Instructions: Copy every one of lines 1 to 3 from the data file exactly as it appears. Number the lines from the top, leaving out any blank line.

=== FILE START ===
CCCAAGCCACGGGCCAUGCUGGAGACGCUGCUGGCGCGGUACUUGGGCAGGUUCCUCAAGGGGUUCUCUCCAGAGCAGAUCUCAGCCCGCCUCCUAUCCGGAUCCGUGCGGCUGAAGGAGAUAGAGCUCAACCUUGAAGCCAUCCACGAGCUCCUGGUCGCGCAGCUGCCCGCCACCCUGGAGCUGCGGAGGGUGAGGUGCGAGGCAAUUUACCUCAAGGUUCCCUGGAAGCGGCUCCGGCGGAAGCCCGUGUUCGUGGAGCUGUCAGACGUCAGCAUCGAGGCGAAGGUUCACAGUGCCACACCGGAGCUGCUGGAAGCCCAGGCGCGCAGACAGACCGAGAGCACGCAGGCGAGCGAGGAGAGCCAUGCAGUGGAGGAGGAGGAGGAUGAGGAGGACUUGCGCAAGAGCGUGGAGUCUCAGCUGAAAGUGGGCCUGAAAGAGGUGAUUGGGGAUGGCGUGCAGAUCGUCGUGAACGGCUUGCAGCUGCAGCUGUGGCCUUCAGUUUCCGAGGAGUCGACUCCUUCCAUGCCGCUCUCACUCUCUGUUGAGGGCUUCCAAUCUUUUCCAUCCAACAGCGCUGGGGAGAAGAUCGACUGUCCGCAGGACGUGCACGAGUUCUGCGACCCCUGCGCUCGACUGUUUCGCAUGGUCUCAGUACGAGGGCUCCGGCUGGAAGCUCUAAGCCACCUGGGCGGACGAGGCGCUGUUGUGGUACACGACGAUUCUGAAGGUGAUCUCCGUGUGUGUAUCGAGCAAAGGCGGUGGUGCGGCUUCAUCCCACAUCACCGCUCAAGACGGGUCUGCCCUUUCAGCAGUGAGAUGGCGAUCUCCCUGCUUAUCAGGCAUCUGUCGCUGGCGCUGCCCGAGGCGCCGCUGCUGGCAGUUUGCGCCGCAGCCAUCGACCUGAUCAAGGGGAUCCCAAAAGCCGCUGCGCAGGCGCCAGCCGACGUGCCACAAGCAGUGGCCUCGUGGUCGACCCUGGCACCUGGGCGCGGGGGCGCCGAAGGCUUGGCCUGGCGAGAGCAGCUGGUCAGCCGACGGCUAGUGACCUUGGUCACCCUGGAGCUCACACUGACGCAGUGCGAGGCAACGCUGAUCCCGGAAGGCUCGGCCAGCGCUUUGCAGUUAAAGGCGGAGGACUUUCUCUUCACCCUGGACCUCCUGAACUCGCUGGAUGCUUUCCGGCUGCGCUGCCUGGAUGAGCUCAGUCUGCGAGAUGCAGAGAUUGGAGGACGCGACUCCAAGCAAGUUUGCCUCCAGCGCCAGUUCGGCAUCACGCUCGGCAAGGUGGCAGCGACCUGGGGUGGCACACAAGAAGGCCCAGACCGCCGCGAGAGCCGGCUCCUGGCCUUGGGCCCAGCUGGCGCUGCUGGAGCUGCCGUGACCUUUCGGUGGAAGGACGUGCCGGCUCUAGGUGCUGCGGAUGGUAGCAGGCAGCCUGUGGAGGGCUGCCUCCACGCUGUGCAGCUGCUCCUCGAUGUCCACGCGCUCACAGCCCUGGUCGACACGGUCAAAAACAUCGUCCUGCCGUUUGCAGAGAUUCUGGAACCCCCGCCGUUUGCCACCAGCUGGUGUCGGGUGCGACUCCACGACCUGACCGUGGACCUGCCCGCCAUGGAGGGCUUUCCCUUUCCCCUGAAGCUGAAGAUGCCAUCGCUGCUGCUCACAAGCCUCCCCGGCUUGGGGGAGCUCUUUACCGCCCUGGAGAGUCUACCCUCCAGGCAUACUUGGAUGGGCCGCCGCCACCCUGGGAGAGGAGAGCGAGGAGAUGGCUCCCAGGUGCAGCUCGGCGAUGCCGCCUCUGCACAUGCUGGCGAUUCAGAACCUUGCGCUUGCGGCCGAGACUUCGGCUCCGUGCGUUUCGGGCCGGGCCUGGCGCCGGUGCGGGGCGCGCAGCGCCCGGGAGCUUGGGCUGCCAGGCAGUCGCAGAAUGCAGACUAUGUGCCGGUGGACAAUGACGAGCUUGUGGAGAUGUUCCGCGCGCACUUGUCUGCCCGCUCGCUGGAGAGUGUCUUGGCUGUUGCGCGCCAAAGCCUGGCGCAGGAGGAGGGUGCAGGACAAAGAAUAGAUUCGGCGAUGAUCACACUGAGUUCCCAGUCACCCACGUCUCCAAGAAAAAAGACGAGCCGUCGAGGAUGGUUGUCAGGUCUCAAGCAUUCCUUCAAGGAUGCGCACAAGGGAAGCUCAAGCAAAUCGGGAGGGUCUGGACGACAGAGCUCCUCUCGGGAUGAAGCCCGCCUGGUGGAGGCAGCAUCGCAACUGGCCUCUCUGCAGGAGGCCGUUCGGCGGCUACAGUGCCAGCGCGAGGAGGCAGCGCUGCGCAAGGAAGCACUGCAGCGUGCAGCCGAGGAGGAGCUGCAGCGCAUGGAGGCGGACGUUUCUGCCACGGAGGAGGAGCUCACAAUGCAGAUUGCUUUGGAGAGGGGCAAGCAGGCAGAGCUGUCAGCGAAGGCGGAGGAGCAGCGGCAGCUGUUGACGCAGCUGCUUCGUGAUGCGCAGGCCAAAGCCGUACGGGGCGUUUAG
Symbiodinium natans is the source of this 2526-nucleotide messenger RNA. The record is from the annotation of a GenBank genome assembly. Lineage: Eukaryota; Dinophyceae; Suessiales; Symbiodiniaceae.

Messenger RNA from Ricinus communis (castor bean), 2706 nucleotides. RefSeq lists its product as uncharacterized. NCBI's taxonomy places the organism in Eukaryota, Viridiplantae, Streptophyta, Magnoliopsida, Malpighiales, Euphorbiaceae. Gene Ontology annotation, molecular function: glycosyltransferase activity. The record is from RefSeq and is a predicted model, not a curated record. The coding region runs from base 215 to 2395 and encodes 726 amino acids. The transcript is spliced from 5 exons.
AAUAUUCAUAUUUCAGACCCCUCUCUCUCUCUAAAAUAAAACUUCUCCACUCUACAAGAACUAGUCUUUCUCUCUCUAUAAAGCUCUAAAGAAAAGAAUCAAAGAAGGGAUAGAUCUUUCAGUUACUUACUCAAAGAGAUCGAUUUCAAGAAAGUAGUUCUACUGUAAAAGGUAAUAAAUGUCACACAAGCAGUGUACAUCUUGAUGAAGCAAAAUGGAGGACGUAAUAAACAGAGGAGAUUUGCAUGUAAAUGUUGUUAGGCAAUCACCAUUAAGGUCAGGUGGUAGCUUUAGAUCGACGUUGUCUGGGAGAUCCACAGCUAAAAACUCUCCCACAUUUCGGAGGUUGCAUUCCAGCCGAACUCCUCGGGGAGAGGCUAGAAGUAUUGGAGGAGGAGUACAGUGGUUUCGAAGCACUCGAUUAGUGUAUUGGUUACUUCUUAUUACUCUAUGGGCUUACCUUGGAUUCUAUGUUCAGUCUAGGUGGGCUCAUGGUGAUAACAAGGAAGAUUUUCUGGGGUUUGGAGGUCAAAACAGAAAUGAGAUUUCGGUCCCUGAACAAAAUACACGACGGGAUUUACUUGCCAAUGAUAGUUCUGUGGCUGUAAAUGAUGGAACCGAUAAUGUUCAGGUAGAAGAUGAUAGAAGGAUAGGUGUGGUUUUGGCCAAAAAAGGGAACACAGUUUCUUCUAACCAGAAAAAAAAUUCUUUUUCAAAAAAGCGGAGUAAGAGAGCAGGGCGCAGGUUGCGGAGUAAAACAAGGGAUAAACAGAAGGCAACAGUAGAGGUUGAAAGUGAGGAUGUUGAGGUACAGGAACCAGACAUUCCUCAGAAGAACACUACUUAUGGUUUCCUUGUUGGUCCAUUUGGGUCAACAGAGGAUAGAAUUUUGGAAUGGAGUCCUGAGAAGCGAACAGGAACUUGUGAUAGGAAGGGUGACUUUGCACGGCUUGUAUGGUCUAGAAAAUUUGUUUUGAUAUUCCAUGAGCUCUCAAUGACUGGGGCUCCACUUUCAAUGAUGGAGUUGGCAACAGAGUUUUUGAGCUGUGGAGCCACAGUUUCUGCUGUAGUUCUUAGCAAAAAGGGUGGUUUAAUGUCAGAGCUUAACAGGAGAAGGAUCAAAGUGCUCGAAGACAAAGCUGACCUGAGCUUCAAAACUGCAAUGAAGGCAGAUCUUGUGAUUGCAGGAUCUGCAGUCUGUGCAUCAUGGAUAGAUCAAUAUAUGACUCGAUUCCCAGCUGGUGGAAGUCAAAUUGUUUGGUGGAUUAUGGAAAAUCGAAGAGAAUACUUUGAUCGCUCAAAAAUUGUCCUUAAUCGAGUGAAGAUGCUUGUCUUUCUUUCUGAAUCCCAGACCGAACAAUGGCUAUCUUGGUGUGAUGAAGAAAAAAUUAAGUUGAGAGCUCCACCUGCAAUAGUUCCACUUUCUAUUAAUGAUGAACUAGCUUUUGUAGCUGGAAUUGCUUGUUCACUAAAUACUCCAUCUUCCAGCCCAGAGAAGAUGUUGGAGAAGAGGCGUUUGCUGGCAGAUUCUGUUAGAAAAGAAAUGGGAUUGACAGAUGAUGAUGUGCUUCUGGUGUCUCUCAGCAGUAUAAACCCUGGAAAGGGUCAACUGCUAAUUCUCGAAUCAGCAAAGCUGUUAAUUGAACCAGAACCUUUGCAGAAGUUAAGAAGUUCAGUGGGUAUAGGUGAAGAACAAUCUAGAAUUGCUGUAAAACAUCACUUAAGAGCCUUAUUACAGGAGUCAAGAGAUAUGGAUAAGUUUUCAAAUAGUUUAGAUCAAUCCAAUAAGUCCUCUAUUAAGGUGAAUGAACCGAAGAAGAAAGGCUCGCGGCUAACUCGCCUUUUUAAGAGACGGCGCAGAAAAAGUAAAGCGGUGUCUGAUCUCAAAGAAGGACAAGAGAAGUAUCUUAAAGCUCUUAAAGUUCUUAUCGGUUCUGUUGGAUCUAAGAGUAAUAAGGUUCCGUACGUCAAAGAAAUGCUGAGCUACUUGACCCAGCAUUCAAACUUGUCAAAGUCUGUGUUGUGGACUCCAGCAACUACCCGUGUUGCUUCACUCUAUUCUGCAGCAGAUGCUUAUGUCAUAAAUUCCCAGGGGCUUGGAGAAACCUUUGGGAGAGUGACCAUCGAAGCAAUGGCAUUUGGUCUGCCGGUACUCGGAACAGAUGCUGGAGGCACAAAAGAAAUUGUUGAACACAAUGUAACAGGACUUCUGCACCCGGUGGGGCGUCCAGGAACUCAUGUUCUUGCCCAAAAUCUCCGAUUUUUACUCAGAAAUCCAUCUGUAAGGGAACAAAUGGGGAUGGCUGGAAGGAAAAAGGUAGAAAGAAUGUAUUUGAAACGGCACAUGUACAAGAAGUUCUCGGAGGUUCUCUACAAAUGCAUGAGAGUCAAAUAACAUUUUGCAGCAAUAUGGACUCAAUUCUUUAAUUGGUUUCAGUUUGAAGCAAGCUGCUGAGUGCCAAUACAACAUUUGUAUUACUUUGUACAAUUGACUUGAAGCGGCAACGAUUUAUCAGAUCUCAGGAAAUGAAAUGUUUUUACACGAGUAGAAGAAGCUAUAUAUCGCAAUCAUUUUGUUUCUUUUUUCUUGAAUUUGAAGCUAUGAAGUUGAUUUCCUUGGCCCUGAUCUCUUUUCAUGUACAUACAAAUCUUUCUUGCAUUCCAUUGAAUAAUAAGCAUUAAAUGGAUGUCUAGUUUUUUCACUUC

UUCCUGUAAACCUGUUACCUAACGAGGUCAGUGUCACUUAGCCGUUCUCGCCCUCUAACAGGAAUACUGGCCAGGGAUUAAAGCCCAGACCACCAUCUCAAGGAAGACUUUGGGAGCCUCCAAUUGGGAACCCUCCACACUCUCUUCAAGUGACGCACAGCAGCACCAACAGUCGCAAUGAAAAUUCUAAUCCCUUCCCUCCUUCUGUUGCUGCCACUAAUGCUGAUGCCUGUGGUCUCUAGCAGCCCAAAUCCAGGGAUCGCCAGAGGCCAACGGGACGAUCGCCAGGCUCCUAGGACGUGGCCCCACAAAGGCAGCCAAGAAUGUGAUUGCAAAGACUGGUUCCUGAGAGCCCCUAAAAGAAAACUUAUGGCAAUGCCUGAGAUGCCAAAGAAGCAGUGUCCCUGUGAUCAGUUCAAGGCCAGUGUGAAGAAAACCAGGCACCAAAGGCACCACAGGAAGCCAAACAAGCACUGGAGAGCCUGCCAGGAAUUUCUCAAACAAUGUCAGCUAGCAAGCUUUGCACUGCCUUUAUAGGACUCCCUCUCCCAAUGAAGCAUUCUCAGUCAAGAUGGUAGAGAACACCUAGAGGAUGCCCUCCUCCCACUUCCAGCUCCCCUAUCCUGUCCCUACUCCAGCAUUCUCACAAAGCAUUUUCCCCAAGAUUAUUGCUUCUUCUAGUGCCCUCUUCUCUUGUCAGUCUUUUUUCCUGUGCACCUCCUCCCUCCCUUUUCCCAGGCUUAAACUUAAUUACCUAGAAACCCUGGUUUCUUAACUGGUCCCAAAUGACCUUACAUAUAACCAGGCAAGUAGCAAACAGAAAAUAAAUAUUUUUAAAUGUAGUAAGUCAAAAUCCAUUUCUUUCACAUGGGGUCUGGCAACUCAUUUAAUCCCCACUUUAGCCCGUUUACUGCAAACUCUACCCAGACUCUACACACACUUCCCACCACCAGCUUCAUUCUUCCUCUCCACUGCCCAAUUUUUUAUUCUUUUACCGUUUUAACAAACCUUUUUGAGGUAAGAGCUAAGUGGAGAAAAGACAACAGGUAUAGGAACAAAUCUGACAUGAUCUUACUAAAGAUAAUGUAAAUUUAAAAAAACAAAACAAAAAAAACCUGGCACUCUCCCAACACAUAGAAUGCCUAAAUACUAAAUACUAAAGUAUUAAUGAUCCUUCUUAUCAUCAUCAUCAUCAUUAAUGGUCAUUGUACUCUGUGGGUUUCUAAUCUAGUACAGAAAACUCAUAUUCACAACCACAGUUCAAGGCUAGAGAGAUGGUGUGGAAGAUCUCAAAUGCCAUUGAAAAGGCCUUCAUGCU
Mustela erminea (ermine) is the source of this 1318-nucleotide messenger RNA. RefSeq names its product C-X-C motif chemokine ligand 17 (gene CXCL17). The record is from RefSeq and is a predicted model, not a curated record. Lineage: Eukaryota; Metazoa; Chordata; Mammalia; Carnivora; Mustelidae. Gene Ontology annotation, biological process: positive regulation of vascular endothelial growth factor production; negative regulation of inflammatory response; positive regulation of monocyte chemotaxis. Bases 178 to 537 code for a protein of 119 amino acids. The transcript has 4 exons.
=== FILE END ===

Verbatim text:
CCCAAGCCACGGGCCAUGCUGGAGACGCUGCUGGCGCGGUACUUGGGCAGGUUCCUCAAGGGGUUCUCUCCAGAGCAGAUCUCAGCCCGCCUCCUAUCCGGAUCCGUGCGGCUGAAGGAGAUAGAGCUCAACCUUGAAGCCAUCCACGAGCUCCUGGUCGCGCAGCUGCCCGCCACCCUGGAGCUGCGGAGGGUGAGGUGCGAGGCAAUUUACCUCAAGGUUCCCUGGAAGCGGCUCCGGCGGAAGCCCGUGUUCGUGGAGCUGUCAGACGUCAGCAUCGAGGCGAAGGUUCACAGUGCCACACCGGAGCUGCUGGAAGCCCAGGCGCGCAGACAGACCGAGAGCACGCAGGCGAGCGAGGAGAGCCAUGCAGUGGAGGAGGAGGAGGAUGAGGAGGACUUGCGCAAGAGCGUGGAGUCUCAGCUGAAAGUGGGCCUGAAAGAGGUGAUUGGGGAUGGCGUGCAGAUCGUCGUGAACGGCUUGCAGCUGCAGCUGUGGCCUUCAGUUUCCGAGGAGUCGACUCCUUCCAUGCCGCUCUCACUCUCUGUUGAGGGCUUCCAAUCUUUUCCAUCCAACAGCGCUGGGGAGAAGAUCGACUGUCCGCAGGACGUGCACGAGUUCUGCGACCCCUGCGCUCGACUGUUUCGCAUGGUCUCAGUACGAGGGCUCCGGCUGGAAGCUCUAAGCCACCUGGGCGGACGAGGCGCUGUUGUGGUACACGACGAUUCUGAAGGUGAUCUCCGUGUGUGUAUCGAGCAAAGGCGGUGGUGCGGCUUCAUCCCACAUCACCGCUCAAGACGGGUCUGCCCUUUCAGCAGUGAGAUGGCGAUCUCCCUGCUUAUCAGGCAUCUGUCGCUGGCGCUGCCCGAGGCGCCGCUGCUGGCAGUUUGCGCCGCAGCCAUCGACCUGAUCAAGGGGAUCCCAAAAGCCGCUGCGCAGGCGCCAGCCGACGUGCCACAAGCAGUGGCCUCGUGGUCGACCCUGGCACCUGGGCGCGGGGGCGCCGAAGGCUUGGCCUGGCGAGAGCAGCUGGUCAGCCGACGGCUAGUGACCUUGGUCACCCUGGAGCUCACACUGACGCAGUGCGAGGCAACGCUGAUCCCGGAAGGCUCGGCCAGCGCUUUGCAGUUAAAGGCGGAGGACUUUCUCUUCACCCUGGACCUCCUGAACUCGCUGGAUGCUUUCCGGCUGCGCUGCCUGGAUGAGCUCAGUCUGCGAGAUGCAGAGAUUGGAGGACGCGACUCCAAGCAAGUUUGCCUCCAGCGCCAGUUCGGCAUCACGCUCGGCAAGGUGGCAGCGACCUGGGGUGGCACACAAGAAGGCCCAGACCGCCGCGAGAGCCGGCUCCUGGCCUUGGGCCCAGCUGGCGCUGCUGGAGCUGCCGUGACCUUUCGGUGGAAGGACGUGCCGGCUCUAGGUGCUGCGGAUGGUAGCAGGCAGCCUGUGGAGGGCUGCCUCCACGCUGUGCAGCUGCUCCUCGAUGUCCACGCGCUCACAGCCCUGGUCGACACGGUCAAAAACAUCGUCCUGCCGUUUGCAGAGAUUCUGGAACCCCCGCCGUUUGCCACCAGCUGGUGUCGGGUGCGACUCCACGACCUGACCGUGGACCUGCCCGCCAUGGAGGGCUUUCCCUUUCCCCUGAAGCUGAAGAUGCCAUCGCUGCUGCUCACAAGCCUCCCCGGCUUGGGGGAGCUCUUUACCGCCCUGGAGAGUCUACCCUCCAGGCAUACUUGGAUGGGCCGCCGCCACCCUGGGAGAGGAGAGCGAGGAGAUGGCUCCCAGGUGCAGCUCGGCGAUGCCGCCUCUGCACAUGCUGGCGAUUCAGAACCUUGCGCUUGCGGCCGAGACUUCGGCUCCGUGCGUUUCGGGCCGGGCCUGGCGCCGGUGCGGGGCGCGCAGCGCCCGGGAGCUUGGGCUGCCAGGCAGUCGCAGAAUGCAGACUAUGUGCCGGUGGACAAUGACGAGCUUGUGGAGAUGUUCCGCGCGCACUUGUCUGCCCGCUCGCUGGAGAGUGUCUUGGCUGUUGCGCGCCAAAGCCUGGCGCAGGAGGAGGGUGCAGGACAAAGAAUAGAUUCGGCGAUGAUCACACUGAGUUCCCAGUCACCCACGUCUCCAAGAAAAAAGACGAGCCGUCGAGGAUGGUUGUCAGGUCUCAAGCAUUCCUUCAAGGAUGCGCACAAGGGAAGCUCAAGCAAAUCGGGAGGGUCUGGACGACAGAGCUCCUCUCGGGAUGAAGCCCGCCUGGUGGAGGCAGCAUCGCAACUGGCCUCUCUGCAGGAGGCCGUUCGGCGGCUACAGUGCCAGCGCGAGGAGGCAGCGCUGCGCAAGGAAGCACUGCAGCGUGCAGCCGAGGAGGAGCUGCAGCGCAUGGAGGCGGACGUUUCUGCCACGGAGGAGGAGCUCACAAUGCAGAUUGCUUUGGAGAGGGGCAAGCAGGCAGAGCUGUCAGCGAAGGCGGAGGAGCAGCGGCAGCUGUUGACGCAGCUGCUUCGUGAUGCGCAGGCCAAAGCCGUACGGGGCGUUUAG
Symbiodinium natans is the source of this 2526-nucleotide messenger RNA. The record is from the annotation of a GenBank genome assembly. Lineage: Eukaryota; Dinophyceae; Suessiales; Symbiodiniaceae.

Messenger RNA from Ricinus communis (castor bean), 2706 nucleotides. RefSeq lists its product as uncharacterized. NCBI's taxonomy places the organism in Eukaryota, Viridiplantae, Streptophyta, Magnoliopsida, Malpighiales, Euphorbiaceae. Gene Ontology annotation, molecular function: glycosyltransferase activity. The record is from RefSeq and is a predicted model, not a curated record. The coding region runs from base 215 to 2395 and encodes 726 amino acids. The transcript is spliced from 5 exons.